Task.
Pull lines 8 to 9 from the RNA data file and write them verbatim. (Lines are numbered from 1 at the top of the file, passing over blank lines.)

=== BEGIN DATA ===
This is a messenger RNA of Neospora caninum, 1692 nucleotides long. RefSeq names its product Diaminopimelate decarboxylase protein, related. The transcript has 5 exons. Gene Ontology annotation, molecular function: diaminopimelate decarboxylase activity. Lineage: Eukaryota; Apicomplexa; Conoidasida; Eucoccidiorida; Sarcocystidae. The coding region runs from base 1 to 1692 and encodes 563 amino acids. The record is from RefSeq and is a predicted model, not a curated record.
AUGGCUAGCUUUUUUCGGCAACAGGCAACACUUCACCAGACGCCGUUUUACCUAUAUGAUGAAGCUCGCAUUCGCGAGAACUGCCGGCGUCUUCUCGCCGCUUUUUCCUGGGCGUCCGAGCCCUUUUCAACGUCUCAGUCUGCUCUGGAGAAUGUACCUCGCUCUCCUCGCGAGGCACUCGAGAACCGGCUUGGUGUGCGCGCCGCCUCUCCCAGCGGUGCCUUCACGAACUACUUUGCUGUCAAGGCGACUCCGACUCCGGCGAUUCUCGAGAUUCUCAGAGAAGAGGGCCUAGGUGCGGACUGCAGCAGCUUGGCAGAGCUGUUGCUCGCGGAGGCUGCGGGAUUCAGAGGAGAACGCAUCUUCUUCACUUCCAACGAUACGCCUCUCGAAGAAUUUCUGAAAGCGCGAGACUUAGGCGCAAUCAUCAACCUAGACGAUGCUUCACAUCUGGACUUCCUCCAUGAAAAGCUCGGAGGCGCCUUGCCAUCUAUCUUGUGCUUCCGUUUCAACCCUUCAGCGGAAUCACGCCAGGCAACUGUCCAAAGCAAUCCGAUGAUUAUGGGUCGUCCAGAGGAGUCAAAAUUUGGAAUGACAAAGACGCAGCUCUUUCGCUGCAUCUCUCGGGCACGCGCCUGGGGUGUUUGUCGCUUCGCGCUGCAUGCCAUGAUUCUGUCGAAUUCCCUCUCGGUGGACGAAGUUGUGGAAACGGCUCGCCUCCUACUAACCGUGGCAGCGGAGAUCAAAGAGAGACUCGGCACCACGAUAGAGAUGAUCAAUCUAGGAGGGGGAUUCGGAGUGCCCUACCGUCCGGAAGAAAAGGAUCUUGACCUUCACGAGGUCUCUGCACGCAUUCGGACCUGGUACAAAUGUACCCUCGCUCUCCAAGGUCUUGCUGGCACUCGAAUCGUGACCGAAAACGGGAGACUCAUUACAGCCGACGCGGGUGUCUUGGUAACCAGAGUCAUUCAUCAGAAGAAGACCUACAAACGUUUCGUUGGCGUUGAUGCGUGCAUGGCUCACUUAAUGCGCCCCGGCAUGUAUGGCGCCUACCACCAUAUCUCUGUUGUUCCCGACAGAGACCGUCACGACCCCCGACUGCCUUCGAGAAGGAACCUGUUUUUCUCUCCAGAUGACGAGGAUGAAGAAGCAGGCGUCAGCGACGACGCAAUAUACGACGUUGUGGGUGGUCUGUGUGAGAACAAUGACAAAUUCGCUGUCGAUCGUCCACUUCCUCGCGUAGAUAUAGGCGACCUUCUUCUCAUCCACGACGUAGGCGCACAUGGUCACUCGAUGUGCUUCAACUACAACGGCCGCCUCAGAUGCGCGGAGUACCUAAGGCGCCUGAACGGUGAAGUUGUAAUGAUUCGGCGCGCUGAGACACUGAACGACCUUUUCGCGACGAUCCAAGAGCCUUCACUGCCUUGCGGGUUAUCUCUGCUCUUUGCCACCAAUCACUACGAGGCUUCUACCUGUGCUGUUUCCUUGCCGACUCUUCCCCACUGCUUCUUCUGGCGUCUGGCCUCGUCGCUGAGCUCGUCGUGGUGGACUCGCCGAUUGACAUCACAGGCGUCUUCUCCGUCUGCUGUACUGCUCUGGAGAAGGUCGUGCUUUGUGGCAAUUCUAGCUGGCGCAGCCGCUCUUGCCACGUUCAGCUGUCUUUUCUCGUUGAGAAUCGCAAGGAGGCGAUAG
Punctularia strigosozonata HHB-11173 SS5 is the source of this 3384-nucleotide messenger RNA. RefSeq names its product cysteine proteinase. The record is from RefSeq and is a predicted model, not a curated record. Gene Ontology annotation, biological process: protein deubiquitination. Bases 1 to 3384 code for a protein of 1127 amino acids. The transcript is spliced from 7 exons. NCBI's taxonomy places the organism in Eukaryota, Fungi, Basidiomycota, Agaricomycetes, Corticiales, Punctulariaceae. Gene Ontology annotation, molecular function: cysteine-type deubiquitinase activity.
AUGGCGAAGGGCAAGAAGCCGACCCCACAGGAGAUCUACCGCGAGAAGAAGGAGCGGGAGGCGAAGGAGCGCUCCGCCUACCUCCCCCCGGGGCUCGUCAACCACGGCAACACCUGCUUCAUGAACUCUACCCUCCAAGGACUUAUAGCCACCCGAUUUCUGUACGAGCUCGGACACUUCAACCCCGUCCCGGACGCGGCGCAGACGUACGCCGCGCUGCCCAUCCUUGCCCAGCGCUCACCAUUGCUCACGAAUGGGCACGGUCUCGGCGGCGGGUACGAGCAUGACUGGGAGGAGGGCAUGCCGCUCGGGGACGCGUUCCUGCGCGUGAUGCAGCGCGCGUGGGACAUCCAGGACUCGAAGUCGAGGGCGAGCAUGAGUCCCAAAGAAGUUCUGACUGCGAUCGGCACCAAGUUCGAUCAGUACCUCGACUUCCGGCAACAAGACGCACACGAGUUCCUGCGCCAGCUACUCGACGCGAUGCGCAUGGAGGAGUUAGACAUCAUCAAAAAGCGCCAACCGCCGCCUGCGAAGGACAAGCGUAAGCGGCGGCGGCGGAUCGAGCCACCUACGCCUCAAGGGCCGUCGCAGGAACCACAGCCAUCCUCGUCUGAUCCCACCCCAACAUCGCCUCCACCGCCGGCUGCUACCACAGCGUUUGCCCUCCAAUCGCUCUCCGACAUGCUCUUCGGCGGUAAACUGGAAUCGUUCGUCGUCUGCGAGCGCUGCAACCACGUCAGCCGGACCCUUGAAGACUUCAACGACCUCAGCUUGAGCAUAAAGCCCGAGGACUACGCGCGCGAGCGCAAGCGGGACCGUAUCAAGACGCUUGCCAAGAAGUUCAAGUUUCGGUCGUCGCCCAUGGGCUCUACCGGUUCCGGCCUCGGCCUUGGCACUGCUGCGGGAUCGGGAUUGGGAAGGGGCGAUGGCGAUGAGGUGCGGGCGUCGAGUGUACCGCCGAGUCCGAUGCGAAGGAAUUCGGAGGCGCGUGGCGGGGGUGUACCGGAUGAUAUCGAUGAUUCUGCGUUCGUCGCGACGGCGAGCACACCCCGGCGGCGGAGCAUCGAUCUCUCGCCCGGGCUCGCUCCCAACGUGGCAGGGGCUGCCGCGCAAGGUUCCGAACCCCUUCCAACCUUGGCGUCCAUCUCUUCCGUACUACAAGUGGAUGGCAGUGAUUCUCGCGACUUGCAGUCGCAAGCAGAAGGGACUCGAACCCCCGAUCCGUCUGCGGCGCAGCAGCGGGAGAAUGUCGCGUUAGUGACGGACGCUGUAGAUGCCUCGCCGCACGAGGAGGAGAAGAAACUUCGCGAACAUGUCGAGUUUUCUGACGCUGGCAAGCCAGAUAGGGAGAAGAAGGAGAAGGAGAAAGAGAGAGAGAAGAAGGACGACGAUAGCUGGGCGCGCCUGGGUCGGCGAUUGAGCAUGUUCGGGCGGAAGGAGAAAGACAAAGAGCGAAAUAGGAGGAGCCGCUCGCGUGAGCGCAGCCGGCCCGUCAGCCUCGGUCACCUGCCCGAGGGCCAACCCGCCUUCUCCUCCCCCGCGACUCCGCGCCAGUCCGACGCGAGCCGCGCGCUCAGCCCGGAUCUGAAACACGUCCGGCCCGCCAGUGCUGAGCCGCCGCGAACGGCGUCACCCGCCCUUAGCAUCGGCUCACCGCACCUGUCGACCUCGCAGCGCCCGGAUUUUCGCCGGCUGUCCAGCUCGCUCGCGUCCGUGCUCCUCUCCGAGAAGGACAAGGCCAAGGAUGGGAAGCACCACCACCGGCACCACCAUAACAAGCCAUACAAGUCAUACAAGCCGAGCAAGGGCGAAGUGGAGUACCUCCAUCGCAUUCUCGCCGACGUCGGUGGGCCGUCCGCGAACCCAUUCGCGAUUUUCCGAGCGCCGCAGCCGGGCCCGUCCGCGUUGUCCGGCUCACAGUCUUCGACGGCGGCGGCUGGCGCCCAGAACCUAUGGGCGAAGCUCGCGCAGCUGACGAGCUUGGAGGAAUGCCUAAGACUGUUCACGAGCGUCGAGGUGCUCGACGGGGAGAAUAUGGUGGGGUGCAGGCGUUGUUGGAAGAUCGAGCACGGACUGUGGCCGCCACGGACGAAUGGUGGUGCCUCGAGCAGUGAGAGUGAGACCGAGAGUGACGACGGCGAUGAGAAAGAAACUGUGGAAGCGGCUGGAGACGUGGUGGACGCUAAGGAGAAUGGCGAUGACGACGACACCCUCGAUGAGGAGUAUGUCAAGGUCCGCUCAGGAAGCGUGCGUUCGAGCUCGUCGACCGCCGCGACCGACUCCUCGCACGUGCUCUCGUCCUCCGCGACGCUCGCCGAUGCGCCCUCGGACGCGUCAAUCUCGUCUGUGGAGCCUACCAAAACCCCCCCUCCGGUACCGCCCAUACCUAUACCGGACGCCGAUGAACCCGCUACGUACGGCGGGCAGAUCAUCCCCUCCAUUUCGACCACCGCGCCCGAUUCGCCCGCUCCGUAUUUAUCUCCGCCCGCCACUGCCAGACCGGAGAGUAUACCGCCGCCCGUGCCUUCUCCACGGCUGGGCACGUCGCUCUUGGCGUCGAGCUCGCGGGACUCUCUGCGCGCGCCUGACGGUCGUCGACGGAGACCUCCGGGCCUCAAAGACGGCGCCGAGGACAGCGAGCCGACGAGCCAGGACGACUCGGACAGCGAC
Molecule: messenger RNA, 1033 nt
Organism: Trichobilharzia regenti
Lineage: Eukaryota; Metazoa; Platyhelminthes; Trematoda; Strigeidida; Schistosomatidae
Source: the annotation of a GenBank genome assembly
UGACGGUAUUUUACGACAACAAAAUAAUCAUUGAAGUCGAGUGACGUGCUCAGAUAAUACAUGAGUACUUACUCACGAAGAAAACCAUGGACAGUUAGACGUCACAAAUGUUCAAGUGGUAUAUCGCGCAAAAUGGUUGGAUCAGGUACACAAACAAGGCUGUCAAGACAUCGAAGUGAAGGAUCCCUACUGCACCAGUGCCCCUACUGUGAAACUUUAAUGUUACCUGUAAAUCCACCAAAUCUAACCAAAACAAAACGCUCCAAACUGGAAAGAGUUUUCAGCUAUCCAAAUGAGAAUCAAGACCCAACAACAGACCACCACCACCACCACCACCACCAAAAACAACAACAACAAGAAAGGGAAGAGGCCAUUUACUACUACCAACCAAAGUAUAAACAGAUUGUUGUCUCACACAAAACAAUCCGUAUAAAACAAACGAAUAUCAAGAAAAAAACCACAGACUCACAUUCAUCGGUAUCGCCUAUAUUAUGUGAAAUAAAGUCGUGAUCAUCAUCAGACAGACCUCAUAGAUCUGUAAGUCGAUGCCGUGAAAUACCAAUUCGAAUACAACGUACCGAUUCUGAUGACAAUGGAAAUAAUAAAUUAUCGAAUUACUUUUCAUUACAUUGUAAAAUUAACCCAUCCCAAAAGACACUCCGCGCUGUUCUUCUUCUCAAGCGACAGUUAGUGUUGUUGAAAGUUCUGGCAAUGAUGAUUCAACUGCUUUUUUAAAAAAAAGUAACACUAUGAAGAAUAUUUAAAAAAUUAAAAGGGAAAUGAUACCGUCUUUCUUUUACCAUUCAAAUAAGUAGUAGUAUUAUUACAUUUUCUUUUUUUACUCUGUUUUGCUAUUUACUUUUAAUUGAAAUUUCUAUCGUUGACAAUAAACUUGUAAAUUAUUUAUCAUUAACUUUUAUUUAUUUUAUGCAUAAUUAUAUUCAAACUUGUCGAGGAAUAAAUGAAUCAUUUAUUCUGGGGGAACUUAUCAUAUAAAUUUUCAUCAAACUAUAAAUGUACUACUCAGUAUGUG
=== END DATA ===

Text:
Source: the annotation of a GenBank genome assembly
UGACGGUAUUUUACGACAACAAAAUAAUCAUUGAAGUCGAGUGACGUGCUCAGAUAAUACAUGAGUACUUACUCACGAAGAAAACCAUGGACAGUUAGACGUCACAAAUGUUCAAGUGGUAUAUCGCGCAAAAUGGUUGGAUCAGGUACACAAACAAGGCUGUCAAGACAUCGAAGUGAAGGAUCCCUACUGCACCAGUGCCCCUACUGUGAAACUUUAAUGUUACCUGUAAAUCCACCAAAUCUAACCAAAACAAAACGCUCCAAACUGGAAAGAGUUUUCAGCUAUCCAAAUGAGAAUCAAGACCCAACAACAGACCACCACCACCACCACCACCACCAAAAACAACAACAACAAGAAAGGGAAGAGGCCAUUUACUACUACCAACCAAAGUAUAAACAGAUUGUUGUCUCACACAAAACAAUCCGUAUAAAACAAACGAAUAUCAAGAAAAAAACCACAGACUCACAUUCAUCGGUAUCGCCUAUAUUAUGUGAAAUAAAGUCGUGAUCAUCAUCAGACAGACCUCAUAGAUCUGUAAGUCGAUGCCGUGAAAUACCAAUUCGAAUACAACGUACCGAUUCUGAUGACAAUGGAAAUAAUAAAUUAUCGAAUUACUUUUCAUUACAUUGUAAAAUUAACCCAUCCCAAAAGACACUCCGCGCUGUUCUUCUUCUCAAGCGACAGUUAGUGUUGUUGAAAGUUCUGGCAAUGAUGAUUCAACUGCUUUUUUAAAAAAAAGUAACACUAUGAAGAAUAUUUAAAAAAUUAAAAGGGAAAUGAUACCGUCUUUCUUUUACCAUUCAAAUAAGUAGUAGUAUUAUUACAUUUUCUUUUUUUACUCUGUUUUGCUAUUUACUUUUAAUUGAAAUUUCUAUCGUUGACAAUAAACUUGUAAAUUAUUUAUCAUUAACUUUUAUUUAUUUUAUGCAUAAUUAUAUUCAAACUUGUCGAGGAAUAAAUGAAUCAUUUAUUCUGGGGGAACUUAUCAUAUAAAUUUUCAUCAAACUAUAAAUGUACUACUCAGUAUGUG